When 29-year-old Robert Hughto's body began rejecting the kidney his mother gave him 20 years before, his father, Leon Worthington, offered to donate one of his.
Unfortunately, Worthington's kidney was not a compatible match, and Hughto was put on the transplant list to wait for one that was.
Worthington couldn't give a kidney to his son, but he stayed on the donor list, offering up his kidney to someone else who also has an incompatible donor.
“It's just a matter of saying, 'Okay, yeah, I'll be good with one kidney, and give one up to make somebody else's life a lot easier,'” Worthington said.
The transplant surgeries aren't done until a match is found for both the donor and the recipient. A match for Hughto was found two weeks ago, after four years on the transplant list.
Next month, father and son will travel to Johns Hopkins Hospital for the transplant surgeries.
“He's getting a kidney whether I do it or not,” Worthington said. “But because I'm on the list and I said I would, I'm doing it.”
Hughto's matching donor is what's called an 'altruistic donor,' or someone who isn't participating in a donor exchange, but simply wants to donate a kidney to a person in need.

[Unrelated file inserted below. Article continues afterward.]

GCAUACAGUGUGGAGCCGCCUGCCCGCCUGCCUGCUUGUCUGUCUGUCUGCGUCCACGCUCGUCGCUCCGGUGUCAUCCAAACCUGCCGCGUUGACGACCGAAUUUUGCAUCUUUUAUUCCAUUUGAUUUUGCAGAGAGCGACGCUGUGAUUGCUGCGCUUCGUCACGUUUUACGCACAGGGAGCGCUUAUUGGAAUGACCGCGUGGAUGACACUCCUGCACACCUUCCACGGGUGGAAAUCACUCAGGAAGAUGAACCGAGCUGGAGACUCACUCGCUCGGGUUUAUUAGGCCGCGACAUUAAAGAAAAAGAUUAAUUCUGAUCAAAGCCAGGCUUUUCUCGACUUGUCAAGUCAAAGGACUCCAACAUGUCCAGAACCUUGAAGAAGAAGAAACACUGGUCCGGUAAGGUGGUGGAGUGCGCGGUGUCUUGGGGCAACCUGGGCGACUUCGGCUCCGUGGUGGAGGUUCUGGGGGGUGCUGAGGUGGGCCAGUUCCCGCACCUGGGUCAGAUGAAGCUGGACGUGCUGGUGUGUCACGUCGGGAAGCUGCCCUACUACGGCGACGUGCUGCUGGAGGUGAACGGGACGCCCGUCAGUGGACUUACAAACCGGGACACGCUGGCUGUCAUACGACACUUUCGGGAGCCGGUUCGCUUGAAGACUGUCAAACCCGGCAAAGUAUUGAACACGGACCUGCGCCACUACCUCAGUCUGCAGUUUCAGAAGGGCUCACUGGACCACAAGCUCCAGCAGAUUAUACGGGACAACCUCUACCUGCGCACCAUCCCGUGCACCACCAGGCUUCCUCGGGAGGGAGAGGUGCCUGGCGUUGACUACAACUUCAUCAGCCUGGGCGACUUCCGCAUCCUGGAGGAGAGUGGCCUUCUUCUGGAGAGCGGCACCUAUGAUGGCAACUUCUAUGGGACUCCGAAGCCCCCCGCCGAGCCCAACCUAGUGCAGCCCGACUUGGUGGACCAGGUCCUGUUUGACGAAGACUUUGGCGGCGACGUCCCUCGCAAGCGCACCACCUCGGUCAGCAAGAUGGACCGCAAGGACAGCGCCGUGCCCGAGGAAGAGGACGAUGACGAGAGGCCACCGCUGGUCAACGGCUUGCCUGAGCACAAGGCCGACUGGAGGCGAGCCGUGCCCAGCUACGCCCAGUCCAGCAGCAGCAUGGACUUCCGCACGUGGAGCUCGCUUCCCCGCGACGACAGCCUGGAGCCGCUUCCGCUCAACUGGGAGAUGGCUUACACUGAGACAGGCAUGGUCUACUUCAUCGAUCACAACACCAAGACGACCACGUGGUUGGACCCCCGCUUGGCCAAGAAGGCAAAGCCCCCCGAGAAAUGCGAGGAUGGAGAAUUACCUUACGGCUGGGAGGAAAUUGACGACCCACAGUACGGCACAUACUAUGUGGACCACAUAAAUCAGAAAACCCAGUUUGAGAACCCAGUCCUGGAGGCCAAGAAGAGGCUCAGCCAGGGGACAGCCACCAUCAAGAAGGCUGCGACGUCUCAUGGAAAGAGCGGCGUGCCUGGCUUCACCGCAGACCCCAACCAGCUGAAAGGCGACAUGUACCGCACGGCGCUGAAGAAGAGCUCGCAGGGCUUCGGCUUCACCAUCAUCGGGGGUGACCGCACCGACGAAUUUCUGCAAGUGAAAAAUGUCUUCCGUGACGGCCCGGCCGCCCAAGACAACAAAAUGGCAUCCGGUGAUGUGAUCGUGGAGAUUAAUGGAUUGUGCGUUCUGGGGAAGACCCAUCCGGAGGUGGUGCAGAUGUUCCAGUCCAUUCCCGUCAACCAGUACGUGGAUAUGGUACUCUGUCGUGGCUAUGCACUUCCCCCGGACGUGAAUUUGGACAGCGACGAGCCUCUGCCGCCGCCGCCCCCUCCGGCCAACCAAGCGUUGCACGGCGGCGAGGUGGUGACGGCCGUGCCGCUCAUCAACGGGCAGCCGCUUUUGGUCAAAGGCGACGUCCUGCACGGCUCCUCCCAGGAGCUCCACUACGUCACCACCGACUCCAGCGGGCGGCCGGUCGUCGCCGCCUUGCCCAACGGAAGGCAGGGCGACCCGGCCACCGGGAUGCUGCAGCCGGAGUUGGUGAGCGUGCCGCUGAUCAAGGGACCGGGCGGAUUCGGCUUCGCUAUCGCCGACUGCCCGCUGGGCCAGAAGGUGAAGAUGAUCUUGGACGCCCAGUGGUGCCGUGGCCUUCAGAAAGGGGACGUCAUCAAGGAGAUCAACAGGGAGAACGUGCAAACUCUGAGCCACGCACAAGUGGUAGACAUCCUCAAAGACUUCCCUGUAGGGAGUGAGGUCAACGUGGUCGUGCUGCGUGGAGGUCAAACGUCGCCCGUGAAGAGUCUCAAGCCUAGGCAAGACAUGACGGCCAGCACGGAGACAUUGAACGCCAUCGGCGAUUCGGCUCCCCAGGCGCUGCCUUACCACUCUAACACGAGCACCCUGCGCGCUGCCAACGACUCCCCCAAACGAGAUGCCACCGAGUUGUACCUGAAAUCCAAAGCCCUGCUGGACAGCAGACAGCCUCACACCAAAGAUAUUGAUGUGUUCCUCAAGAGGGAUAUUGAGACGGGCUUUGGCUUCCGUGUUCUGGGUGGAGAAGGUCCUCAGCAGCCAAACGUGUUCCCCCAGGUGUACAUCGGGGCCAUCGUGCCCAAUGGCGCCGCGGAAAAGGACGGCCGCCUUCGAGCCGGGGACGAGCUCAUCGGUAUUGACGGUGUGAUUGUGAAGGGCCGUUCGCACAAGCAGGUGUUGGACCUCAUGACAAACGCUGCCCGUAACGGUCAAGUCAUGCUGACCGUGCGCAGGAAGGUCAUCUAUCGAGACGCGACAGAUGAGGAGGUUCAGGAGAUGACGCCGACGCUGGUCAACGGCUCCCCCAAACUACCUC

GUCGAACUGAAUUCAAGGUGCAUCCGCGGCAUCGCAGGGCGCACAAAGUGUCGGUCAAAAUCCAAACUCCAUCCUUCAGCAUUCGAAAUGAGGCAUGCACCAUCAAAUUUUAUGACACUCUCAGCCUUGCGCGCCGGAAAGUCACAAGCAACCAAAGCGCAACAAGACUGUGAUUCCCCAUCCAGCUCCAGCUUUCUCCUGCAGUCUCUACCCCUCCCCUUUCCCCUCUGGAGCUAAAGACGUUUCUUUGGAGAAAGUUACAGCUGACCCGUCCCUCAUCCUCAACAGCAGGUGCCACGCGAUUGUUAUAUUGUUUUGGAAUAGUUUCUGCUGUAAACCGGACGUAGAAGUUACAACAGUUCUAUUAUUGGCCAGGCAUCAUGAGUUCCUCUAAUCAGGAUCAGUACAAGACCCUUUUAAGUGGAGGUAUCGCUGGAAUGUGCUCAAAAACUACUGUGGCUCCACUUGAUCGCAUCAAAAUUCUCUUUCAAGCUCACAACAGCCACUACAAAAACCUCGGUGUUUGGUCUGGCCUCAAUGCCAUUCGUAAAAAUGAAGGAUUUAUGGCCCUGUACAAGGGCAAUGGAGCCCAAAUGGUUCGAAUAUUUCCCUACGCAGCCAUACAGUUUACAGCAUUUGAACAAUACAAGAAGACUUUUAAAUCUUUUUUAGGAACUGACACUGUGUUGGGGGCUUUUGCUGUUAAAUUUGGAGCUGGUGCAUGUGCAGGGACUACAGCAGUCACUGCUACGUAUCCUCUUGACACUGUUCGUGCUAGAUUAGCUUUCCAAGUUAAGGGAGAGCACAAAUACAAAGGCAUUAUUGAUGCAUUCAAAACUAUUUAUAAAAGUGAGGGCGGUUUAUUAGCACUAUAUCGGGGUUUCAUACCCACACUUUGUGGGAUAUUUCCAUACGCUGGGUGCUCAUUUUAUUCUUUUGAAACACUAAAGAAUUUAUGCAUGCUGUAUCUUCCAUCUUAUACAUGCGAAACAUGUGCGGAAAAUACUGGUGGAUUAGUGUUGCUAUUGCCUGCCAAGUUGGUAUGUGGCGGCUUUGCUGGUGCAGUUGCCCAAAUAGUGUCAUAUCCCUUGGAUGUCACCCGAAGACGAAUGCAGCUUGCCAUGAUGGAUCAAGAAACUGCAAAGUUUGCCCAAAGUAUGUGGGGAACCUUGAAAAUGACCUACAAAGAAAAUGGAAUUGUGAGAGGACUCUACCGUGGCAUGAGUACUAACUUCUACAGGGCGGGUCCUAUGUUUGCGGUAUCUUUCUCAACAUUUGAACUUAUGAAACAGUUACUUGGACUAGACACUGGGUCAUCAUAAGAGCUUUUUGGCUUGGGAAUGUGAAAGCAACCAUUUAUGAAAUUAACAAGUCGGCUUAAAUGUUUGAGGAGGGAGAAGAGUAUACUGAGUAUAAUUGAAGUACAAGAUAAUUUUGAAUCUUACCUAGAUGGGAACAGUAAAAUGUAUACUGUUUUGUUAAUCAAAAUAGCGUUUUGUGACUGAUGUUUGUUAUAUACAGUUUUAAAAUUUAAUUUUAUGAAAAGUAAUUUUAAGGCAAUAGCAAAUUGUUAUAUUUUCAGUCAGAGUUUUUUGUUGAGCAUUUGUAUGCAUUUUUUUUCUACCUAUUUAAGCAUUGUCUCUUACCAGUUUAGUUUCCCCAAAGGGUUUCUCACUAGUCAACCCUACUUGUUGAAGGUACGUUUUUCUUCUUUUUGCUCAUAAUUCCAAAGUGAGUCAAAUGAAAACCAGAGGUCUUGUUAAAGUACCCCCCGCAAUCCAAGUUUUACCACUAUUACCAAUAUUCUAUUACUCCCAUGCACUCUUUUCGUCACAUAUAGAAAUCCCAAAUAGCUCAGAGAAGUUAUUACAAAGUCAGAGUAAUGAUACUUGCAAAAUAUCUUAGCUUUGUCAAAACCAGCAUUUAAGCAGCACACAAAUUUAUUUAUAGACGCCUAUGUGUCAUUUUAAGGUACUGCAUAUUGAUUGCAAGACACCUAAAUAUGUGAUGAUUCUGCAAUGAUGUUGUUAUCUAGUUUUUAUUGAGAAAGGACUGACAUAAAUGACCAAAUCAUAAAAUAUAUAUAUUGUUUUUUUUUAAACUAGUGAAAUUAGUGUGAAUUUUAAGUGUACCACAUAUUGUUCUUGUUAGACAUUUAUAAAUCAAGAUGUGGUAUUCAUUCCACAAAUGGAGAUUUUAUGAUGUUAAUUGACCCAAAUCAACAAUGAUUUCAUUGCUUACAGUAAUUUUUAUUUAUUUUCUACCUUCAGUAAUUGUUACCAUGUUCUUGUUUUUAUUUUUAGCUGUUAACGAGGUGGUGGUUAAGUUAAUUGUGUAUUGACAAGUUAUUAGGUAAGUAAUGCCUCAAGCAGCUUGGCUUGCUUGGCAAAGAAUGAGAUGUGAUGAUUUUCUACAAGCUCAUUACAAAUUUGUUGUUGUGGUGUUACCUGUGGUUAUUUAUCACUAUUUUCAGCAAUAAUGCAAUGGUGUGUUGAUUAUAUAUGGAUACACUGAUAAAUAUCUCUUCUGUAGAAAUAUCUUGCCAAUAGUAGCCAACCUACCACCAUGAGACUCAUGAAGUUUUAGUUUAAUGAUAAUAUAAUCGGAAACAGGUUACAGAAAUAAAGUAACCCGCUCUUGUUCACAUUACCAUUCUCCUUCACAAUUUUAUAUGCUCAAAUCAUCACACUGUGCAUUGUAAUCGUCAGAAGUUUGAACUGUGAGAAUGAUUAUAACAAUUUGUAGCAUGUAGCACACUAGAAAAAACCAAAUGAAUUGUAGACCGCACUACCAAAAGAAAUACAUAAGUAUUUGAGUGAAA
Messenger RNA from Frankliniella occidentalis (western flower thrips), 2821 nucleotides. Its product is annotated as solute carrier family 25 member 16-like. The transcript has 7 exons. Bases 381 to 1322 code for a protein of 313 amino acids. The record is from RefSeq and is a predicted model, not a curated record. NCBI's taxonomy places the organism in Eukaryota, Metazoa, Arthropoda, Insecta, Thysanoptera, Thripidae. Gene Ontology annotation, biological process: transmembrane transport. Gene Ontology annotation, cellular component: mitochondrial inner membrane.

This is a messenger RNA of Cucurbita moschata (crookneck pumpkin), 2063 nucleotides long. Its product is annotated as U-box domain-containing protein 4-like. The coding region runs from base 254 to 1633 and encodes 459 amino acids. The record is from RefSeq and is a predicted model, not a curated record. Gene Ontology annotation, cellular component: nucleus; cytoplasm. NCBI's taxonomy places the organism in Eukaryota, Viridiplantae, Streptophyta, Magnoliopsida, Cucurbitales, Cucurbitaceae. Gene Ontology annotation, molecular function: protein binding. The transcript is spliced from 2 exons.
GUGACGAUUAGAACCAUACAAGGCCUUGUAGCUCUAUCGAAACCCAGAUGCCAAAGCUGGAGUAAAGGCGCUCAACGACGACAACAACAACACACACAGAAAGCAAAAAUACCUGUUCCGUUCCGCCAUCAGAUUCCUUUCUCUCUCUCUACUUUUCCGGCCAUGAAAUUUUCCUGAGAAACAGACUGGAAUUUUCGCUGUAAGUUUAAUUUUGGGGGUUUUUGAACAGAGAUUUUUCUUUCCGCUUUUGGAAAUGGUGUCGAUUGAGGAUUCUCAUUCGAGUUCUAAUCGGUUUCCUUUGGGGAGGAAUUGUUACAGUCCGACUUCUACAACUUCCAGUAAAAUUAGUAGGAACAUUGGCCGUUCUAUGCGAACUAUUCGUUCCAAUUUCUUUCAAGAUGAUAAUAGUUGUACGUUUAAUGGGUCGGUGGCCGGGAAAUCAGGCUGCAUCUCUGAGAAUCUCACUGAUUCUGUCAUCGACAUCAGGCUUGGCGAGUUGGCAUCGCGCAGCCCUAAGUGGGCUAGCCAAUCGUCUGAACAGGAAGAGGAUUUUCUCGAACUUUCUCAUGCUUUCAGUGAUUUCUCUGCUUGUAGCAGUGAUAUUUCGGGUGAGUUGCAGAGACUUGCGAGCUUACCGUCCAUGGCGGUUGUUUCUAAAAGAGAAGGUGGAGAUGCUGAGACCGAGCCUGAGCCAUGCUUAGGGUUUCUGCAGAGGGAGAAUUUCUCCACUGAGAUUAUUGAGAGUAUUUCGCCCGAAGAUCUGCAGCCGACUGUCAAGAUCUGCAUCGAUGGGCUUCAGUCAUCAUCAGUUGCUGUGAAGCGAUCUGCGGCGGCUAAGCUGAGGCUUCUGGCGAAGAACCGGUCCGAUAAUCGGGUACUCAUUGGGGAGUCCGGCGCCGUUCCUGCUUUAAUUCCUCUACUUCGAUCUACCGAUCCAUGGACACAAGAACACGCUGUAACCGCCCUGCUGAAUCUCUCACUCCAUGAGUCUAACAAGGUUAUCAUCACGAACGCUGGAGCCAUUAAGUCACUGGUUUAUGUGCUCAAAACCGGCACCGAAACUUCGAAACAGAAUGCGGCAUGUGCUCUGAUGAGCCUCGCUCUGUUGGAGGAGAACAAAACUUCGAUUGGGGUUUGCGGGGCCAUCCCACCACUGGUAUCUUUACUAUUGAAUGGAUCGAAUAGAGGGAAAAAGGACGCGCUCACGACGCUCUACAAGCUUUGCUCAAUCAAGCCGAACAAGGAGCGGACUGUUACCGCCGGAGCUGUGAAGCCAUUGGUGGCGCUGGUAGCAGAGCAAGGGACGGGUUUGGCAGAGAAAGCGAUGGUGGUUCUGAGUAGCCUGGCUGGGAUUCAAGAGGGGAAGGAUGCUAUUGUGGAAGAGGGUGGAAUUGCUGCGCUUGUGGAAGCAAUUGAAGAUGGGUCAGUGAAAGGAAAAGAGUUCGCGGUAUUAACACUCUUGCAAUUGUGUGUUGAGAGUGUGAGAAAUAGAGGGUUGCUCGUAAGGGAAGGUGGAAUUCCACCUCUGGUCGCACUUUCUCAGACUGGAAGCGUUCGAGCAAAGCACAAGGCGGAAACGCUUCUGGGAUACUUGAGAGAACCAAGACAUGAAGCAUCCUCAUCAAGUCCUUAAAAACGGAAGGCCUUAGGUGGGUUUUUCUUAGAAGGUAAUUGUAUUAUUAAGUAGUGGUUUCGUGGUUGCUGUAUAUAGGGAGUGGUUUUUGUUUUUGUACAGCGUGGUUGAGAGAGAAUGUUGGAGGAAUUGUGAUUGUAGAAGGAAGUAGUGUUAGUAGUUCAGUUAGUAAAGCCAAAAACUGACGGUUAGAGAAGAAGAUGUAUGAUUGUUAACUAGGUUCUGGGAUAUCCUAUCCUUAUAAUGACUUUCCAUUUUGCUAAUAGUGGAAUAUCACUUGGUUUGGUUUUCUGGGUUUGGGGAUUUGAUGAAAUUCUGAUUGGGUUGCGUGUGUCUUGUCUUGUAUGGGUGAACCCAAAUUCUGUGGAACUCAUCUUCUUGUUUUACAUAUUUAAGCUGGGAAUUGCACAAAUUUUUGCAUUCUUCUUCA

“It's very heartwarming, very touching. There's really not much you can say other than thank you,” Worthington said, “and that really doesn't say everything that you're feeling.”
Worthington will donate his kidney December 6th, Hughto will receive a kidney December 7th. They will need to stay in Baltimore until mid-January.
“Right now we're in the process of trying to find a place to stay, and make ends meet here and down there,” Worthington said.
Although the surgeries are covered by insurance, the bill for food and lodging following the operations is not.
Worthington said his employer, the RockTenn paper mill in Solvay, has taken away some of the worry. The company is allowing Worthington extra weeks of recovery time beyond the six weeks recommended, and is helping find affordable accommodations in Baltimore.
Worthington said he knows things will work out financially, just like things finally worked out for his son to get the kidney transplant he's been waiting four years for.